However, it is difficult for doctors to determine which patients are not responding to the drugs early in the process, so alternative treatment options can be tried. As a result, patients can be over-treated, and unnecessarily suffer the side-effects of chemotherapy before realizing it is having little effect.
Masters student Xiaohui Wang at the Department of Computational Mathematics at the University of Waterloo set out to change this through a Mitacs-Accelerate internship with Ontario-based Rna Diagnostics.
However, the cost of research and development of natural health products is often impossibly steep as the products must be rigorously tested and proven before they can be placed on store shelves.
With this challenge ahead of them, the Alberta “phyto-pharmaceutical” biotech company, SinoVeda, turned to Mitacs-Accelerate to assist in the advanced testing of its latest natural calcium supplement which is currently undergoing clinical trials.
The company is developing a novel cancer vaccine based on a specific antigen and needed the research expertise to help them understand, at a molecular level, how that antigen is expressed in different types of cancer. They turned to Dalhousie postdoctoral fellow Olga Hrytsenko for insight. Olga’s 17 years of molecular biology experience is the “perfect fit” for the project says Marianne Stanford, Director of Research, at Immunovaccine.
The research led to a 78% reduction in CT image noise which facilitates a corresponding decrease in the patient radiation exposure required for high quality CT images, saving patients from the potentially harmful effects of X-ray dose radiation. Below is an exclusive interview with Mr. Hashemi, who won the Mitacs Award for Novelty in Application, as presented by the Honourable Gail Shea, Minister of National Revenue at the 2nd Annual Mitacs Awards Reception, held November 28th in Ottawa.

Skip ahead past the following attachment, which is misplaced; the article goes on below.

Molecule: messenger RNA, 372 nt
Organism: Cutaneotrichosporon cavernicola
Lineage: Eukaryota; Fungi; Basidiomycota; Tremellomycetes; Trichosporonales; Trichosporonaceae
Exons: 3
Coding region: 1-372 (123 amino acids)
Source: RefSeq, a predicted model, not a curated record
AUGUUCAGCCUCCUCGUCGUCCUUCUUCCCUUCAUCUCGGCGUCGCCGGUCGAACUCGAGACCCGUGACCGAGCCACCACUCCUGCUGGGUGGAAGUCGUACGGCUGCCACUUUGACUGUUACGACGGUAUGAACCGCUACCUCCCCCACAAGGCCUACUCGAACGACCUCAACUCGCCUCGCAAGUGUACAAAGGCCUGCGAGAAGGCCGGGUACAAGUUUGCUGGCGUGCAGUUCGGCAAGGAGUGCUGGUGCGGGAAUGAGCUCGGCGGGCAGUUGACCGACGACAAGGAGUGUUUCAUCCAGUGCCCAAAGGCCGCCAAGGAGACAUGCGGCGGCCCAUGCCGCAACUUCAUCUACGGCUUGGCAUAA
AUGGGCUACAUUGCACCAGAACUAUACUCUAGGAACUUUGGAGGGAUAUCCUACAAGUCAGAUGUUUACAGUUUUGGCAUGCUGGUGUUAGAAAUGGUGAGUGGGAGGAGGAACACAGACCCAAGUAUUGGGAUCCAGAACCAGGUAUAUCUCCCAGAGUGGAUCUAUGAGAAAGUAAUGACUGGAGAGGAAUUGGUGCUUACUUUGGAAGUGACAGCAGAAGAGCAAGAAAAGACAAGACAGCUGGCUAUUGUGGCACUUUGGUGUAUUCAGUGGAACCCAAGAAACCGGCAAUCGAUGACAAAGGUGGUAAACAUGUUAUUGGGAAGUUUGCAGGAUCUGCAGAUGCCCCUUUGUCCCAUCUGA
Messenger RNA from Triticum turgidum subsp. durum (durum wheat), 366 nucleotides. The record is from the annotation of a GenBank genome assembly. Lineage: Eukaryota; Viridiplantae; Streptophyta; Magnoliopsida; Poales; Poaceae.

Because of this research, BC Children’s Hospital can how examine all new cases of pediatric brain tumors throughout the entirety of Western Canada with precision and accuracy – thus reducing the (often excessive) intensity of treatment for children with cancer while still effectively treating the disease. Below is an exclusive interview with Ms.
The research led to the completion of a motorized incubator device that now enables researchers to observe live cells for days at a time as they are stretched under the microscope. His work may help to cure a devastating skin blistering disease called epidermolysis bullosa simplex. Below is an exclusive interview with Mr.
By 2020, it is estimated that diabetes will cost the Canadian healthcare system $16.9 billion a year. In response, Calgary-based Orpyx Medical Technologies is developing a product that is garnering the attention of the diabetes technology community. The SurroSense Rx is a pressure sensitive insole that relays plantar pressure information to a wristwatch, notifying the user when damage is being done to their feet so that behavior can be modified to avoid complications.
The well-informed and critical nature of this response which contributed to the downfall of the Kony campaign is part of a growing trend among would-be philanthropists to scrutinize the practices of charities to whom they might otherwise give. Recognizing such a trend in philanthropy, Calgary-based Dexterity Ventures Inc. saw a need to match donors to deserving charities, launching Place2Give.com as a depository of accessible and transparent information for over 86,000 registered Canadian charities.
Every year, thousands of Canadian children are diagnosed with, or treated for, brain disorders such as Fetal Alcohol Spectrum Disorders (FASD), Autism Spectrum Disorders (ASD) and cerebral palsy. As a national scientific research network, NeuroDevNet has dedicated its mission towards finding the root causes of these disorders.